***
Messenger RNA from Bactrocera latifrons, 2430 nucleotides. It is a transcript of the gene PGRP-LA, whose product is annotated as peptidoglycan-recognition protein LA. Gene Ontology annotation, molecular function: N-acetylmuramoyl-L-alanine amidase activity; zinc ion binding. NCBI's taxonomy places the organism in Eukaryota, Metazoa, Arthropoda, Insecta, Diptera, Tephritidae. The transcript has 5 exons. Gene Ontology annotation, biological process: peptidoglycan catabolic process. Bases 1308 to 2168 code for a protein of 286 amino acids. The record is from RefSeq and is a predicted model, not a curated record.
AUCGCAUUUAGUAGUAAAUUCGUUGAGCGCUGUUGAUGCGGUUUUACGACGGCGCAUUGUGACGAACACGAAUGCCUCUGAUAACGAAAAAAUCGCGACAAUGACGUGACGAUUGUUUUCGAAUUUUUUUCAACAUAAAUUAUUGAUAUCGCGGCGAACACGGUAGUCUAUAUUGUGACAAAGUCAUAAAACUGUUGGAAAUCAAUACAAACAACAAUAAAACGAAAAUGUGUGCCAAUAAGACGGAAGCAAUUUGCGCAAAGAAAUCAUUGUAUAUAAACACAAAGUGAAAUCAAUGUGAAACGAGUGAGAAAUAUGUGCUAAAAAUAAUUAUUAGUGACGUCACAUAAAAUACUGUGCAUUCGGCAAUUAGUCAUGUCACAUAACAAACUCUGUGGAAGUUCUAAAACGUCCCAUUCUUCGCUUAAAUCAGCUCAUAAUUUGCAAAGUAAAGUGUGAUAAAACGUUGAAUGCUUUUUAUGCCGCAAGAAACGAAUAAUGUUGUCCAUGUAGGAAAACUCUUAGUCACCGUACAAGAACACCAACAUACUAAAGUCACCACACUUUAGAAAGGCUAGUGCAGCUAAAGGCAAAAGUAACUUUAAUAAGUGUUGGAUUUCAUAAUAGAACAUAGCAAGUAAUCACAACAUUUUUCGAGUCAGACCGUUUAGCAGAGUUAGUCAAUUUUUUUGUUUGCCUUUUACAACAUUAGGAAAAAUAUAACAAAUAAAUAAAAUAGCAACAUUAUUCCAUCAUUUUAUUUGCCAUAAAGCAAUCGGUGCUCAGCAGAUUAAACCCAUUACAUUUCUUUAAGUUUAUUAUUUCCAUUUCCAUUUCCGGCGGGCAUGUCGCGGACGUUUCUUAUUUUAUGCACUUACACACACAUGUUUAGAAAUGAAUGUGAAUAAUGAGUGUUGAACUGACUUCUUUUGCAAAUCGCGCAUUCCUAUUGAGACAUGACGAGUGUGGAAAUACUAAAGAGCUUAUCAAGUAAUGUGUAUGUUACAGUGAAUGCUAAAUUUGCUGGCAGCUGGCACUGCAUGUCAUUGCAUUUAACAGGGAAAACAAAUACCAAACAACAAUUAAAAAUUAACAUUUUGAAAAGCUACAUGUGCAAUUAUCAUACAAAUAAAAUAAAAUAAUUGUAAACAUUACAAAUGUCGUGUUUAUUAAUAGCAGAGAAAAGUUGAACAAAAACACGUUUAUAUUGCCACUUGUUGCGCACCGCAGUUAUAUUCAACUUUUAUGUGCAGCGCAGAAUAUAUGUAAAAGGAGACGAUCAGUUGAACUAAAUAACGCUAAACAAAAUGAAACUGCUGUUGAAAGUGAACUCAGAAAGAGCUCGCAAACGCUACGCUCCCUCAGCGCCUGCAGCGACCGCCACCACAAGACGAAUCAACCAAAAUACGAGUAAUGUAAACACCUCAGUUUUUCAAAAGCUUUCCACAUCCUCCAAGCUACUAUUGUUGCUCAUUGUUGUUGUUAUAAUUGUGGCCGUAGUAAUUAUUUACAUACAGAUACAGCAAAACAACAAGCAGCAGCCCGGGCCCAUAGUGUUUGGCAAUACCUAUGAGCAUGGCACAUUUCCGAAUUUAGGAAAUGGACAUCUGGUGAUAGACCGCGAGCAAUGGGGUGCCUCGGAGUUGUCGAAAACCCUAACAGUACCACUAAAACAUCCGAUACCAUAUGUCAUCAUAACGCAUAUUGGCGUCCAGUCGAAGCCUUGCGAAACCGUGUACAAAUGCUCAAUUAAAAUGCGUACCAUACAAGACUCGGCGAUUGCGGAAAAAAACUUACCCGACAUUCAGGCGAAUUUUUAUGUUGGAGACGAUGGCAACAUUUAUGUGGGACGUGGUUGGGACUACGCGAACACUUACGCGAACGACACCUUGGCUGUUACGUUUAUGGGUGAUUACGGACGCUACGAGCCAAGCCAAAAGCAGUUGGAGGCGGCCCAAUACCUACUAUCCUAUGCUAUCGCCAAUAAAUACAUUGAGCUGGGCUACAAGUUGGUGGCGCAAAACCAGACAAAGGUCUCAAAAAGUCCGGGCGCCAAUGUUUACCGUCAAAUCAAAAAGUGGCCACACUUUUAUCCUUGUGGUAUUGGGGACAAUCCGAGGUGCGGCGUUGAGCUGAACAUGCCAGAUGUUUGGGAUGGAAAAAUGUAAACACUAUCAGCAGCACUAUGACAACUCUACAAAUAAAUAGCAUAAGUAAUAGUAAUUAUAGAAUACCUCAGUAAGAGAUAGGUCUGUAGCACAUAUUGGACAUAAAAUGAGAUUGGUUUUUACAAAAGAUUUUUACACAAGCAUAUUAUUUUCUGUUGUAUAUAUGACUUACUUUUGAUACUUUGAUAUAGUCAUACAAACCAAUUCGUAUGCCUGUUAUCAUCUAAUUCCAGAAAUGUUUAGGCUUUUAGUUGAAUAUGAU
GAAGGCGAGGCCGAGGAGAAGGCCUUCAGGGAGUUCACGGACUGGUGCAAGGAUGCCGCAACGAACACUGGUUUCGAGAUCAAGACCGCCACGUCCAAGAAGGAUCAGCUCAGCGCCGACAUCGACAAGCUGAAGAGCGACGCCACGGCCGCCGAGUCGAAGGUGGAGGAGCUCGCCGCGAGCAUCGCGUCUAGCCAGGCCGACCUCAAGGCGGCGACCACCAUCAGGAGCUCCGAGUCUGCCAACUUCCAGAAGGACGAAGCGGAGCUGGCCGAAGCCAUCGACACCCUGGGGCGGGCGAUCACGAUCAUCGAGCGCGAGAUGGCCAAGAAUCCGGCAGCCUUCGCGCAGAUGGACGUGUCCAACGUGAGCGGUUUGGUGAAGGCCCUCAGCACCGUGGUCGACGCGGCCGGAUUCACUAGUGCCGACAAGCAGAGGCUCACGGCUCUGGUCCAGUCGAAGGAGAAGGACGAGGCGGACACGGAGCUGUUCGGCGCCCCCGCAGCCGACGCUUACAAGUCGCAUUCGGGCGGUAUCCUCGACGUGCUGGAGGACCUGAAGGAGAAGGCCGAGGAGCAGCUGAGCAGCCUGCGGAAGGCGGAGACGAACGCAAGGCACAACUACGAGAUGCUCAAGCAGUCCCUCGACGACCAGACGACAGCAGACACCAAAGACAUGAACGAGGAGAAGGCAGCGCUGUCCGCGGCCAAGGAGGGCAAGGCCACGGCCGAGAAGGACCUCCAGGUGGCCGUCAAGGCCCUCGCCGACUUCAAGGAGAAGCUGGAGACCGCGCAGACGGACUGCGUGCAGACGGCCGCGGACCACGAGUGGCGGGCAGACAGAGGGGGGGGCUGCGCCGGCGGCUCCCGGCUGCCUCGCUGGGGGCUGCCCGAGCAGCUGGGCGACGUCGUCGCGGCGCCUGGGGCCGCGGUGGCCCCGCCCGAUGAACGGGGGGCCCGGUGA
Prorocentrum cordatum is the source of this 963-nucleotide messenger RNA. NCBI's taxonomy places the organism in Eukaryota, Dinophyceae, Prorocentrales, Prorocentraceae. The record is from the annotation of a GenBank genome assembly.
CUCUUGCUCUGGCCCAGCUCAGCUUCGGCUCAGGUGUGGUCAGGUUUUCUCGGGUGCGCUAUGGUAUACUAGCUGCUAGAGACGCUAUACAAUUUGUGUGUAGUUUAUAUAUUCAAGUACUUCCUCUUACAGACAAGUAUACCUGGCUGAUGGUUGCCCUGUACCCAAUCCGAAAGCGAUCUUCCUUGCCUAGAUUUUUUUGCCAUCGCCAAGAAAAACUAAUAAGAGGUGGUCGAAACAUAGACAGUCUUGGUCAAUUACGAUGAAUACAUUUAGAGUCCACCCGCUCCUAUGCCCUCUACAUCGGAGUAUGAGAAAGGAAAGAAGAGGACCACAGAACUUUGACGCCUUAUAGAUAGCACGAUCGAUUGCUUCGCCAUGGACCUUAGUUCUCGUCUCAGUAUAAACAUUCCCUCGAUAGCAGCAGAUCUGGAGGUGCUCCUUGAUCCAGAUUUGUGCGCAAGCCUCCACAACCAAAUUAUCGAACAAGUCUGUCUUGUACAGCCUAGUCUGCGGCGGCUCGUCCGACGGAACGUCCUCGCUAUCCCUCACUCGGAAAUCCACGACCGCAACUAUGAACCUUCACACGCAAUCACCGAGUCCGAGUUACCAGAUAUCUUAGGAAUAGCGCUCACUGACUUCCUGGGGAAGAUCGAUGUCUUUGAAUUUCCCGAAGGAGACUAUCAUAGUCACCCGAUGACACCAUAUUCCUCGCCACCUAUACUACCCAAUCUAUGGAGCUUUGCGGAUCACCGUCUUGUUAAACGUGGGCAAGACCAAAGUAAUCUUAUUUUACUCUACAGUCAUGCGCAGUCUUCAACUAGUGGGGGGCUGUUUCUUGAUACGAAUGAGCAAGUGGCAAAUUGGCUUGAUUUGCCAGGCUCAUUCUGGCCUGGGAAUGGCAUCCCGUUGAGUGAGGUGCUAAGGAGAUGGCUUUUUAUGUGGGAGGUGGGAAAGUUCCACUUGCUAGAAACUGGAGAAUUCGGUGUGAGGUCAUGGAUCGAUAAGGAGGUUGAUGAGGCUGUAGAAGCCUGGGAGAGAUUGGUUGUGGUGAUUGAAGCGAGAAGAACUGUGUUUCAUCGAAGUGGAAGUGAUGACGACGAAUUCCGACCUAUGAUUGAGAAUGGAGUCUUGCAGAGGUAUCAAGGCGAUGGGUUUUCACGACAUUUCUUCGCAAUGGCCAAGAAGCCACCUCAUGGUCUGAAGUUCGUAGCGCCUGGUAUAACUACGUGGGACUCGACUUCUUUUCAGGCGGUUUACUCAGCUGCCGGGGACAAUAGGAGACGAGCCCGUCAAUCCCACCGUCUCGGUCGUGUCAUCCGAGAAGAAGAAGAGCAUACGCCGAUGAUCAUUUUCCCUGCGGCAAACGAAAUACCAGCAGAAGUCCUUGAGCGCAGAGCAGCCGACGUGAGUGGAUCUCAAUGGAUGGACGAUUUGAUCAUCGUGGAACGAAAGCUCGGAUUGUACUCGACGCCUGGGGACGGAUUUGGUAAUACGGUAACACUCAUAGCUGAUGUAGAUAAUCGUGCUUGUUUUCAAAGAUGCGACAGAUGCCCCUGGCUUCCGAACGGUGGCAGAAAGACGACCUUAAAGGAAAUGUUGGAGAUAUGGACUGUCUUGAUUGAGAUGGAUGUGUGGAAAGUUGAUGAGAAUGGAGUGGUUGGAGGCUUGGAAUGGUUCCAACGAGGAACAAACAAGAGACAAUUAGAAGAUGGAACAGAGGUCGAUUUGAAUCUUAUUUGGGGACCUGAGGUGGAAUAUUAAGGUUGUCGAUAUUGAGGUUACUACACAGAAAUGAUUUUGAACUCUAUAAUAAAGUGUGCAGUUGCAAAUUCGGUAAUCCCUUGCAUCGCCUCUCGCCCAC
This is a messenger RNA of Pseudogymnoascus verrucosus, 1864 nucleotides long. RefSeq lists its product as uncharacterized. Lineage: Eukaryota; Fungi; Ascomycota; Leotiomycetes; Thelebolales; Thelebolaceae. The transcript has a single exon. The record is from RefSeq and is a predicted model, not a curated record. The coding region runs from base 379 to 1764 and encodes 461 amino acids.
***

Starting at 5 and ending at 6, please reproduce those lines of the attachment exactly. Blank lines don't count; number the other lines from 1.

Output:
CUCUUGCUCUGGCCCAGCUCAGCUUCGGCUCAGGUGUGGUCAGGUUUUCUCGGGUGCGCUAUGGUAUACUAGCUGCUAGAGACGCUAUACAAUUUGUGUGUAGUUUAUAUAUUCAAGUACUUCCUCUUACAGACAAGUAUACCUGGCUGAUGGUUGCCCUGUACCCAAUCCGAAAGCGAUCUUCCUUGCCUAGAUUUUUUUGCCAUCGCCAAGAAAAACUAAUAAGAGGUGGUCGAAACAUAGACAGUCUUGGUCAAUUACGAUGAAUACAUUUAGAGUCCACCCGCUCCUAUGCCCUCUACAUCGGAGUAUGAGAAAGGAAAGAAGAGGACCACAGAACUUUGACGCCUUAUAGAUAGCACGAUCGAUUGCUUCGCCAUGGACCUUAGUUCUCGUCUCAGUAUAAACAUUCCCUCGAUAGCAGCAGAUCUGGAGGUGCUCCUUGAUCCAGAUUUGUGCGCAAGCCUCCACAACCAAAUUAUCGAACAAGUCUGUCUUGUACAGCCUAGUCUGCGGCGGCUCGUCCGACGGAACGUCCUCGCUAUCCCUCACUCGGAAAUCCACGACCGCAACUAUGAACCUUCACACGCAAUCACCGAGUCCGAGUUACCAGAUAUCUUAGGAAUAGCGCUCACUGACUUCCUGGGGAAGAUCGAUGUCUUUGAAUUUCCCGAAGGAGACUAUCAUAGUCACCCGAUGACACCAUAUUCCUCGCCACCUAUACUACCCAAUCUAUGGAGCUUUGCGGAUCACCGUCUUGUUAAACGUGGGCAAGACCAAAGUAAUCUUAUUUUACUCUACAGUCAUGCGCAGUCUUCAACUAGUGGGGGGCUGUUUCUUGAUACGAAUGAGCAAGUGGCAAAUUGGCUUGAUUUGCCAGGCUCAUUCUGGCCUGGGAAUGGCAUCCCGUUGAGUGAGGUGCUAAGGAGAUGGCUUUUUAUGUGGGAGGUGGGAAAGUUCCACUUGCUAGAAACUGGAGAAUUCGGUGUGAGGUCAUGGAUCGAUAAGGAGGUUGAUGAGGCUGUAGAAGCCUGGGAGAGAUUGGUUGUGGUGAUUGAAGCGAGAAGAACUGUGUUUCAUCGAAGUGGAAGUGAUGACGACGAAUUCCGACCUAUGAUUGAGAAUGGAGUCUUGCAGAGGUAUCAAGGCGAUGGGUUUUCACGACAUUUCUUCGCAAUGGCCAAGAAGCCACCUCAUGGUCUGAAGUUCGUAGCGCCUGGUAUAACUACGUGGGACUCGACUUCUUUUCAGGCGGUUUACUCAGCUGCCGGGGACAAUAGGAGACGAGCCCGUCAAUCCCACCGUCUCGGUCGUGUCAUCCGAGAAGAAGAAGAGCAUACGCCGAUGAUCAUUUUCCCUGCGGCAAACGAAAUACCAGCAGAAGUCCUUGAGCGCAGAGCAGCCGACGUGAGUGGAUCUCAAUGGAUGGACGAUUUGAUCAUCGUGGAACGAAAGCUCGGAUUGUACUCGACGCCUGGGGACGGAUUUGGUAAUACGGUAACACUCAUAGCUGAUGUAGAUAAUCGUGCUUGUUUUCAAAGAUGCGACAGAUGCCCCUGGCUUCCGAACGGUGGCAGAAAGACGACCUUAAAGGAAAUGUUGGAGAUAUGGACUGUCUUGAUUGAGAUGGAUGUGUGGAAAGUUGAUGAGAAUGGAGUGGUUGGAGGCUUGGAAUGGUUCCAACGAGGAACAAACAAGAGACAAUUAGAAGAUGGAACAGAGGUCGAUUUGAAUCUUAUUUGGGGACCUGAGGUGGAAUAUUAAGGUUGUCGAUAUUGAGGUUACUACACAGAAAUGAUUUUGAACUCUAUAAUAAAGUGUGCAGUUGCAAAUUCGGUAAUCCCUUGCAUCGCCUCUCGCCCAC
This is a messenger RNA of Pseudogymnoascus verrucosus, 1864 nucleotides long. RefSeq lists its product as uncharacterized. Lineage: Eukaryota; Fungi; Ascomycota; Leotiomycetes; Thelebolales; Thelebolaceae. The transcript has a single exon. The record is from RefSeq and is a predicted model, not a curated record. The coding region runs from base 379 to 1764 and encodes 461 amino acids.